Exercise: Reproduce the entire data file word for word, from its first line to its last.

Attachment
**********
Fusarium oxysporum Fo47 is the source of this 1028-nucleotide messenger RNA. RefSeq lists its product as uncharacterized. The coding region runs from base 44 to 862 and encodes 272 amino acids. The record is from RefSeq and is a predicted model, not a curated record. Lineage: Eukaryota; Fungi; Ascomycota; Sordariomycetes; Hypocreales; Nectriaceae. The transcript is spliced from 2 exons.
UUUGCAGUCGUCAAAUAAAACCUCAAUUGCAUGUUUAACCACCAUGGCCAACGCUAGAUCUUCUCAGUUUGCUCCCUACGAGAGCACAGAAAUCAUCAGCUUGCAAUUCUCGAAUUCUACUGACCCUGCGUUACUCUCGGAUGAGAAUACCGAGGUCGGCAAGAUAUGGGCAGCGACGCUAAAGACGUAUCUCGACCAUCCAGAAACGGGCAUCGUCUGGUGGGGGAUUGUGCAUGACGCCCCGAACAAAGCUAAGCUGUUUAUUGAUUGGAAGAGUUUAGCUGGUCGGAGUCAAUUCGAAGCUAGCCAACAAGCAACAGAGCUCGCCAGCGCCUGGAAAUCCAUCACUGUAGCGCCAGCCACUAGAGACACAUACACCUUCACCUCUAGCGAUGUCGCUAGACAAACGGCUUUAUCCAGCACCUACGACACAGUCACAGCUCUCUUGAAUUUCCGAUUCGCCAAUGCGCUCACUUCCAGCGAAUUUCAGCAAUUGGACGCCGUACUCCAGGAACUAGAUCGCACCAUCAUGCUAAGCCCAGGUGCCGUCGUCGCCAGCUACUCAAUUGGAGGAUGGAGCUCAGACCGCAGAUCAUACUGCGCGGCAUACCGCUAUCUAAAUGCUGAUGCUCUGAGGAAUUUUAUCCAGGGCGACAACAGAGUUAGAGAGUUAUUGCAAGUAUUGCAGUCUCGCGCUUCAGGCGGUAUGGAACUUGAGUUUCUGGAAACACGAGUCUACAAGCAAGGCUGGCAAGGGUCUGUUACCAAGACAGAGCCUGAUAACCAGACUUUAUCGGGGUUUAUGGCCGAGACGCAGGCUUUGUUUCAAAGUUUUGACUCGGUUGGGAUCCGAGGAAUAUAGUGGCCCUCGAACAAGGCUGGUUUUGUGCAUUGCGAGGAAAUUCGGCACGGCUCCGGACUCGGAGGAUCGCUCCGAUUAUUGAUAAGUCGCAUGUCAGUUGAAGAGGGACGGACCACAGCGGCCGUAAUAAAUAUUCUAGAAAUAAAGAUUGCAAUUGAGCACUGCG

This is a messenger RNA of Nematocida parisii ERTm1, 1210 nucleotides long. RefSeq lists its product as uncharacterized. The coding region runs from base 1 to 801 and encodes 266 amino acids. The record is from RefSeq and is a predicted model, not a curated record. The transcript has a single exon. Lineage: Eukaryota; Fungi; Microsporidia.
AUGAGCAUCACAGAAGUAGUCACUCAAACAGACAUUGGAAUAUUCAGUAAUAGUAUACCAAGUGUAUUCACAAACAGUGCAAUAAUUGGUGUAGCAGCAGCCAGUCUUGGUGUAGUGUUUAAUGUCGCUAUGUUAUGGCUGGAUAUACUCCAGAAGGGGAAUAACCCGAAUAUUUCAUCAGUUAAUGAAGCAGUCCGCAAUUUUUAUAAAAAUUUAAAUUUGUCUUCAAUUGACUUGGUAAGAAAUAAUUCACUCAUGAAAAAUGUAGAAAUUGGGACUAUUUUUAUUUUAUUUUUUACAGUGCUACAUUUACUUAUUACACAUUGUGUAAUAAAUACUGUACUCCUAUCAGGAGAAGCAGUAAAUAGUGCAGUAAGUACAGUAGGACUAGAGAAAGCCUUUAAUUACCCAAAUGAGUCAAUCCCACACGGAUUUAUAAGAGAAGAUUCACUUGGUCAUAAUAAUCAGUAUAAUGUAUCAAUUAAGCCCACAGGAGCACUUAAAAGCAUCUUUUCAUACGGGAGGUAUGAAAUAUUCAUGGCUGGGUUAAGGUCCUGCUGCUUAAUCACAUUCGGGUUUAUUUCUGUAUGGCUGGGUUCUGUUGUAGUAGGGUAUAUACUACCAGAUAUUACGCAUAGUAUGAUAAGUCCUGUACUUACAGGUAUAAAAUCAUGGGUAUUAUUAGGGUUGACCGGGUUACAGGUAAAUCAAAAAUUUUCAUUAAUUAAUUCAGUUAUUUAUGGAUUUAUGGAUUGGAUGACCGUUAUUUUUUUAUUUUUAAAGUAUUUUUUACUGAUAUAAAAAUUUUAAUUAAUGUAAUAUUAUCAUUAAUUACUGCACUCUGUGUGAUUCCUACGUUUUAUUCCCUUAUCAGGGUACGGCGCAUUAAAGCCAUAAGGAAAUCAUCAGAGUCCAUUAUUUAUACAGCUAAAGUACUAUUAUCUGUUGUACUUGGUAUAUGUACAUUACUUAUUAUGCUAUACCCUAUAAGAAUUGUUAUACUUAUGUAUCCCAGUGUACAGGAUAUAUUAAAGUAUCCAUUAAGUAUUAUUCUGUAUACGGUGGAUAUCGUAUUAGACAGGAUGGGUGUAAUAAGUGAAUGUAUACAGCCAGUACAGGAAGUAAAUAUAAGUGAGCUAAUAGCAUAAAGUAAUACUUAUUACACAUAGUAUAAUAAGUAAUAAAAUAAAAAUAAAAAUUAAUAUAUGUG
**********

Fusarium oxysporum Fo47 is the source of this 1028-nucleotide messenger RNA. RefSeq lists its product as uncharacterized. The coding region runs from base 44 to 862 and encodes 272 amino acids. The record is from RefSeq and is a predicted model, not a curated record. Lineage: Eukaryota; Fungi; Ascomycota; Sordariomycetes; Hypocreales; Nectriaceae. The transcript is spliced from 2 exons.
UUUGCAGUCGUCAAAUAAAACCUCAAUUGCAUGUUUAACCACCAUGGCCAACGCUAGAUCUUCUCAGUUUGCUCCCUACGAGAGCACAGAAAUCAUCAGCUUGCAAUUCUCGAAUUCUACUGACCCUGCGUUACUCUCGGAUGAGAAUACCGAGGUCGGCAAGAUAUGGGCAGCGACGCUAAAGACGUAUCUCGACCAUCCAGAAACGGGCAUCGUCUGGUGGGGGAUUGUGCAUGACGCCCCGAACAAAGCUAAGCUGUUUAUUGAUUGGAAGAGUUUAGCUGGUCGGAGUCAAUUCGAAGCUAGCCAACAAGCAACAGAGCUCGCCAGCGCCUGGAAAUCCAUCACUGUAGCGCCAGCCACUAGAGACACAUACACCUUCACCUCUAGCGAUGUCGCUAGACAAACGGCUUUAUCCAGCACCUACGACACAGUCACAGCUCUCUUGAAUUUCCGAUUCGCCAAUGCGCUCACUUCCAGCGAAUUUCAGCAAUUGGACGCCGUACUCCAGGAACUAGAUCGCACCAUCAUGCUAAGCCCAGGUGCCGUCGUCGCCAGCUACUCAAUUGGAGGAUGGAGCUCAGACCGCAGAUCAUACUGCGCGGCAUACCGCUAUCUAAAUGCUGAUGCUCUGAGGAAUUUUAUCCAGGGCGACAACAGAGUUAGAGAGUUAUUGCAAGUAUUGCAGUCUCGCGCUUCAGGCGGUAUGGAACUUGAGUUUCUGGAAACACGAGUCUACAAGCAAGGCUGGCAAGGGUCUGUUACCAAGACAGAGCCUGAUAACCAGACUUUAUCGGGGUUUAUGGCCGAGACGCAGGCUUUGUUUCAAAGUUUUGACUCGGUUGGGAUCCGAGGAAUAUAGUGGCCCUCGAACAAGGCUGGUUUUGUGCAUUGCGAGGAAAUUCGGCACGGCUCCGGACUCGGAGGAUCGCUCCGAUUAUUGAUAAGUCGCAUGUCAGUUGAAGAGGGACGGACCACAGCGGCCGUAAUAAAUAUUCUAGAAAUAAAGAUUGCAAUUGAGCACUGCG

This is a messenger RNA of Nematocida parisii ERTm1, 1210 nucleotides long. RefSeq lists its product as uncharacterized. The coding region runs from base 1 to 801 and encodes 266 amino acids. The record is from RefSeq and is a predicted model, not a curated record. The transcript has a single exon. Lineage: Eukaryota; Fungi; Microsporidia.
AUGAGCAUCACAGAAGUAGUCACUCAAACAGACAUUGGAAUAUUCAGUAAUAGUAUACCAAGUGUAUUCACAAACAGUGCAAUAAUUGGUGUAGCAGCAGCCAGUCUUGGUGUAGUGUUUAAUGUCGCUAUGUUAUGGCUGGAUAUACUCCAGAAGGGGAAUAACCCGAAUAUUUCAUCAGUUAAUGAAGCAGUCCGCAAUUUUUAUAAAAAUUUAAAUUUGUCUUCAAUUGACUUGGUAAGAAAUAAUUCACUCAUGAAAAAUGUAGAAAUUGGGACUAUUUUUAUUUUAUUUUUUACAGUGCUACAUUUACUUAUUACACAUUGUGUAAUAAAUACUGUACUCCUAUCAGGAGAAGCAGUAAAUAGUGCAGUAAGUACAGUAGGACUAGAGAAAGCCUUUAAUUACCCAAAUGAGUCAAUCCCACACGGAUUUAUAAGAGAAGAUUCACUUGGUCAUAAUAAUCAGUAUAAUGUAUCAAUUAAGCCCACAGGAGCACUUAAAAGCAUCUUUUCAUACGGGAGGUAUGAAAUAUUCAUGGCUGGGUUAAGGUCCUGCUGCUUAAUCACAUUCGGGUUUAUUUCUGUAUGGCUGGGUUCUGUUGUAGUAGGGUAUAUACUACCAGAUAUUACGCAUAGUAUGAUAAGUCCUGUACUUACAGGUAUAAAAUCAUGGGUAUUAUUAGGGUUGACCGGGUUACAGGUAAAUCAAAAAUUUUCAUUAAUUAAUUCAGUUAUUUAUGGAUUUAUGGAUUGGAUGACCGUUAUUUUUUUAUUUUUAAAGUAUUUUUUACUGAUAUAAAAAUUUUAAUUAAUGUAAUAUUAUCAUUAAUUACUGCACUCUGUGUGAUUCCUACGUUUUAUUCCCUUAUCAGGGUACGGCGCAUUAAAGCCAUAAGGAAAUCAUCAGAGUCCAUUAUUUAUACAGCUAAAGUACUAUUAUCUGUUGUACUUGGUAUAUGUACAUUACUUAUUAUGCUAUACCCUAUAAGAAUUGUUAUACUUAUGUAUCCCAGUGUACAGGAUAUAUUAAAGUAUCCAUUAAGUAUUAUUCUGUAUACGGUGGAUAUCGUAUUAGACAGGAUGGGUGUAAUAAGUGAAUGUAUACAGCCAGUACAGGAAGUAAAUAUAAGUGAGCUAAUAGCAUAAAGUAAUACUUAUUACACAUAGUAUAAUAAGUAAUAAAAUAAAAAUAAAAAUUAAUAUAUGUG